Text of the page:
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09-28-2012, 02:54 PM
Mike Farkas
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There's no doubt that it's a formidable bottom-six, but yours obviously will be serving a bit different role than mine. Mine is all about defensive, smart, tough hockey...if yours wants to take off on scoring exploits, go for it, that'll give my top unit plenty of room to operate and the other three lines (and all three defensive pairs) are more than capable of handling them.

While you focus on the potential goals of your bottom-six, I'll focus on the defense of it.

Andre Pronovost: "Andre Pronovost once worried about the likes of Gordie Howe, George Armstrong, Leo Labine and Frank Mahovlich. As a left winger Pronovost had the unenviable job of holding players like Gordie Howe in check."

Terry Crisp: " was Crisp's job to shut down the likes of Ken Hodge and Phil Esposito."

Dave Tippett: "...Dave Tippett cast a long shadow over the United States with his defensive checking of Pat Lafontaine in the opening game"

Rob Zamuner" "Rob Zamuner, who made Canada's 1998 Olympic team because of his checking skills..." [vs. the world's best players]

So while some post-expansion scoring numbers are terrific (really, I'm not being facetious, I have a lot of respect for your team), and maybe even in the company of some guys made a living shutting down elite ATDers...I surely don't believe that Slava Kozlov will be much of a match for these tenacious checkers, much less Anders Kallur or Peter Zezel...

So, while your bottom six players can pot an extra goal over mine in a 7-game series, are they a great success overall?

Even with an outlier like Kallur who basically only played during the Isles dynasty years and removing the fact that Green played in the pre-NHL era. I think the Finals appearances are still 14-12 for my guys, and I think Green may have played in 2 or 3 championships in his pre-modern NHL leagues. It also doesn't include Zamuner playing in a best-on-best tournament for Canada (though Eriksson did represent Sweden once, to be fair).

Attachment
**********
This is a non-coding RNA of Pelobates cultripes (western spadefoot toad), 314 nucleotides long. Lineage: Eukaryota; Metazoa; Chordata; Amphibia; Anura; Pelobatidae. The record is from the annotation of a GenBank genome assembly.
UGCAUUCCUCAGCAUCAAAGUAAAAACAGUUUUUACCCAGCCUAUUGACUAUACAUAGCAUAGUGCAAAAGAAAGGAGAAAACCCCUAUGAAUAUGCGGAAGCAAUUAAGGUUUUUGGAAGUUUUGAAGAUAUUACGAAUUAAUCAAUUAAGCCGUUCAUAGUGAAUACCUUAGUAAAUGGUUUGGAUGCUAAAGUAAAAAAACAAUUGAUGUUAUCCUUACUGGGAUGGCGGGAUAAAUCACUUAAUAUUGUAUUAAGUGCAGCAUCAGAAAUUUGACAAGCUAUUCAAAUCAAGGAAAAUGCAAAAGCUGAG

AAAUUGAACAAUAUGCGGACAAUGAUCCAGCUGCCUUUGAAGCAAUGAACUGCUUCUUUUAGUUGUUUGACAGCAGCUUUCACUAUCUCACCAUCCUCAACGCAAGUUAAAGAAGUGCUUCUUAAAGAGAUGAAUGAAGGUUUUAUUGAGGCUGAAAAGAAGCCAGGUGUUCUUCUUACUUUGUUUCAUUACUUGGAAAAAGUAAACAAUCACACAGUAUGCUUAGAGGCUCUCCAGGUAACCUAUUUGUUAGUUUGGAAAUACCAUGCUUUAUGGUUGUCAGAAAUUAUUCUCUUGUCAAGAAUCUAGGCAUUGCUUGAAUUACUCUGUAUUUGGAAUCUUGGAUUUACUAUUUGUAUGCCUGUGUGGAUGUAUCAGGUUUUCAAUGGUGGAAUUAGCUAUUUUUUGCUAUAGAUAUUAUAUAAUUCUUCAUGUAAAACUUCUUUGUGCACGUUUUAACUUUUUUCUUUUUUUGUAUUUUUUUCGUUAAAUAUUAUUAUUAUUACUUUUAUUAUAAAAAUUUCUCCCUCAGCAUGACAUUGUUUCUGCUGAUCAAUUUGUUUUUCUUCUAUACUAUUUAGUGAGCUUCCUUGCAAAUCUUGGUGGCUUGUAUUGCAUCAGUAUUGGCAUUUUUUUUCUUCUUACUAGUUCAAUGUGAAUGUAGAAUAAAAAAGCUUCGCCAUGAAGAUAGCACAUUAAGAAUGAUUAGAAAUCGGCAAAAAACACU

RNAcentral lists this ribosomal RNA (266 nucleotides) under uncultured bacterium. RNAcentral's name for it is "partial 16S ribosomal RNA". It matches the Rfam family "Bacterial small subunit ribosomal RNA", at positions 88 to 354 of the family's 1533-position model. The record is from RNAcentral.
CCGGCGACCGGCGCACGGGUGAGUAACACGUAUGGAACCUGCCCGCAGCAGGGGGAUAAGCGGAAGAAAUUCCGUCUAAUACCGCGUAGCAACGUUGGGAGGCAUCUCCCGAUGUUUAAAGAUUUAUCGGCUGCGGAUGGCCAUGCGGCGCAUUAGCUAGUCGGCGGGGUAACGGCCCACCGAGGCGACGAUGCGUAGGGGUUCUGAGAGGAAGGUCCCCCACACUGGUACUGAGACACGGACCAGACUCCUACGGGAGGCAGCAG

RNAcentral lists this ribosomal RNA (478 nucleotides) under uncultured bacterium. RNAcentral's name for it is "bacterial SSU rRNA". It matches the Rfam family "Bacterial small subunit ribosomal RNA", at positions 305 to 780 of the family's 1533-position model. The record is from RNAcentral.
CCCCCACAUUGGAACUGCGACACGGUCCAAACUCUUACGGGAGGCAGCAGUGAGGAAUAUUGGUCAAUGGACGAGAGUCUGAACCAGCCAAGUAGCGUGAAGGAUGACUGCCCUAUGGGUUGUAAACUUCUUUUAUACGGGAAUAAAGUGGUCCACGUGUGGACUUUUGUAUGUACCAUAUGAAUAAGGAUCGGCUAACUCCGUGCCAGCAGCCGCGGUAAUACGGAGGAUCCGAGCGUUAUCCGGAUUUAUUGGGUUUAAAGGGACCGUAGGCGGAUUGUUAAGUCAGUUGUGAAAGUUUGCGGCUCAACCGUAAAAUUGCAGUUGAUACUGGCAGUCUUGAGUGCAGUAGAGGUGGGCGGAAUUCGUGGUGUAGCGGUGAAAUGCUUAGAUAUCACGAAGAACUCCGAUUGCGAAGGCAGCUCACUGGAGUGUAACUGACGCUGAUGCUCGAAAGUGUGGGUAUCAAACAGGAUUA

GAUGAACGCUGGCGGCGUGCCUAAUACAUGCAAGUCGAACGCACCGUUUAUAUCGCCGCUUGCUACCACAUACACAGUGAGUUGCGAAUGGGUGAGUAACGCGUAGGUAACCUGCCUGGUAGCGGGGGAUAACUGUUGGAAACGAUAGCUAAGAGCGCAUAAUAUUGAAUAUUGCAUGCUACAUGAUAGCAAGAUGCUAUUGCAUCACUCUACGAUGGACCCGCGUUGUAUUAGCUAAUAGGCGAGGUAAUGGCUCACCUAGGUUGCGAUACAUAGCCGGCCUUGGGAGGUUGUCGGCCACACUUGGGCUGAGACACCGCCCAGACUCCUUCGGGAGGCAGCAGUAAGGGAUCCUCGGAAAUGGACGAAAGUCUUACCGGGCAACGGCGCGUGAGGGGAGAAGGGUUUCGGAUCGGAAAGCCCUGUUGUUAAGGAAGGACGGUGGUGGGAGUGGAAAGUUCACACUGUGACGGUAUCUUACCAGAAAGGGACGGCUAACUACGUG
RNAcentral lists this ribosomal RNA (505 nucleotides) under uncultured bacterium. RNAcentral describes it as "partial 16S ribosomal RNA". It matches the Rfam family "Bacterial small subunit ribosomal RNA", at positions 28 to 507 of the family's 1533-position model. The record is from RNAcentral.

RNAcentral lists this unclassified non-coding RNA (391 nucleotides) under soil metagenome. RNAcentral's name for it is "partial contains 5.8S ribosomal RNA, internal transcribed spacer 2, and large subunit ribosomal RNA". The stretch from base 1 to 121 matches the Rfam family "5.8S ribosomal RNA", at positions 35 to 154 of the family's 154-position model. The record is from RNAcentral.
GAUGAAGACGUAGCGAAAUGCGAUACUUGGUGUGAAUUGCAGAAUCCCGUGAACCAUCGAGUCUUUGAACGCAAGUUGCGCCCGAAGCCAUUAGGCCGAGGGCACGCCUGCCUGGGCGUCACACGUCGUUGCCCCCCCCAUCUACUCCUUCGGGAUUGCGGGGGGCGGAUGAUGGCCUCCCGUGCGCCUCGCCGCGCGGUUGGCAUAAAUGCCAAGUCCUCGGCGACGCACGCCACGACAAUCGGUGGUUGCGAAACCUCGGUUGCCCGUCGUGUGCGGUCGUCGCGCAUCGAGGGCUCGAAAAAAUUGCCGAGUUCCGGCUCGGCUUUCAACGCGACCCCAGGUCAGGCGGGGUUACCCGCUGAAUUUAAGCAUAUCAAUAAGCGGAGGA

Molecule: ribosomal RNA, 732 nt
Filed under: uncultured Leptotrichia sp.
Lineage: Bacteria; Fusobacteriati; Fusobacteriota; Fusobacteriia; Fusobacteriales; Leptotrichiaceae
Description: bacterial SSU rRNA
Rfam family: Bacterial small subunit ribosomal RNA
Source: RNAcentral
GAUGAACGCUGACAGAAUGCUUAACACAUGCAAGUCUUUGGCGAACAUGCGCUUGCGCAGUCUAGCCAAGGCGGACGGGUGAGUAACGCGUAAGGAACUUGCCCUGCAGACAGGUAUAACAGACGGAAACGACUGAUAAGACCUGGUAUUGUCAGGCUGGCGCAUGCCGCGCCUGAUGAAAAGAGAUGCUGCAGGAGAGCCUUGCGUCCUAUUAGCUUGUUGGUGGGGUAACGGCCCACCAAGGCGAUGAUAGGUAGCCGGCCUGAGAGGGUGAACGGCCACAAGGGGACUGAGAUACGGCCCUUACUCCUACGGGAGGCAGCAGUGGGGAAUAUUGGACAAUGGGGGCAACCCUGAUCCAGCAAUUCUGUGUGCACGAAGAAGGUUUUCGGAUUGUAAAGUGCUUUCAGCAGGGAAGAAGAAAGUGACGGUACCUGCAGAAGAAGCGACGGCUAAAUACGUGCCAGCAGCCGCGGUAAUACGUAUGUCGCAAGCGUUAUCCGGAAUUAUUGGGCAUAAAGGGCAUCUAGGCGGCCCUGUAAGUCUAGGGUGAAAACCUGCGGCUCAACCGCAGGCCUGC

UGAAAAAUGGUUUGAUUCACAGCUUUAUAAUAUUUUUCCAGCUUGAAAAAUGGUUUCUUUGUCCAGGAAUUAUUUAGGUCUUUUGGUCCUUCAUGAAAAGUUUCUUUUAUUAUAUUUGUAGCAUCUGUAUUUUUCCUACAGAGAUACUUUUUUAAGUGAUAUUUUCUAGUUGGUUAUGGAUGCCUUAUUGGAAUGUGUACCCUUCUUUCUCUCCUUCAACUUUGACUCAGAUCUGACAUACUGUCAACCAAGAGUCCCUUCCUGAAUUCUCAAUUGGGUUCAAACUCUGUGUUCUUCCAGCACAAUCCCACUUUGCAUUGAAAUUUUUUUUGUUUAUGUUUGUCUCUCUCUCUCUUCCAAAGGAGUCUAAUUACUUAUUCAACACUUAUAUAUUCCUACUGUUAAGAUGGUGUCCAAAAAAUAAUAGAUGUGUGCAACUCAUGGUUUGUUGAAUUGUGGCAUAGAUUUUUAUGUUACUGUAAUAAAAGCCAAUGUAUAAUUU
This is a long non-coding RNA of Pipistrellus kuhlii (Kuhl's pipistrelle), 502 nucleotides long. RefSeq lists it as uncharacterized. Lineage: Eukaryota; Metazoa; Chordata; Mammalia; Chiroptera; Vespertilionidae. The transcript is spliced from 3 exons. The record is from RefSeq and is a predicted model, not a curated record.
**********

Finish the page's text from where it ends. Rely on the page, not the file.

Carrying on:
The top-four in those scoring numbers on your team don't seem to appear on a lot of successful teams...they have one Cup between them, right? So while Eriksson, Drake, Zezel and Bonk may marginally outscore some of my guys (though Young is right there, and Shorty Green is the only one with a top-10 finish in the whole group, right?). My bottom-six has a lot of experience on winners. Drake - among those top-4 point getters - has the only Cup and it was when he had the least amount of ice time of his career.

So, of those somewhat skewed numbers (as the best player overall [Green] and probably third or fourth best player overall [Pronovost] are not included) I'm not sure I get much of an offensive advantage - at least not one that would be noticeable over seven games or less...and moreover, the defense of my bottom-six blows that bottom-six out of the's a group that could challenge any MLD team I feel.

In sum, I don't need to create tables that indicate how much my bottom-six can score because they aren't out there to do so. Especially when said tables leave off 2 of the top 3 players on my end of that spectrum anyhow. It would appear that Medicine Hat boasts one of the most formidable bottom-sixes in this league (maybe the best, as the voters must have been impressed by something) and perhaps the finest top offensive unit (again, our fellow GMs seem to feel this way). It would be concerning to me if Radek Bonk's (a former 3rd overall pick) 7% advantage in even strength scoring over Rob Zamuner was enough to sway this series in Pittsburgh's favor. Or sway anything in Pittsburgh's favor, to be quite frank.


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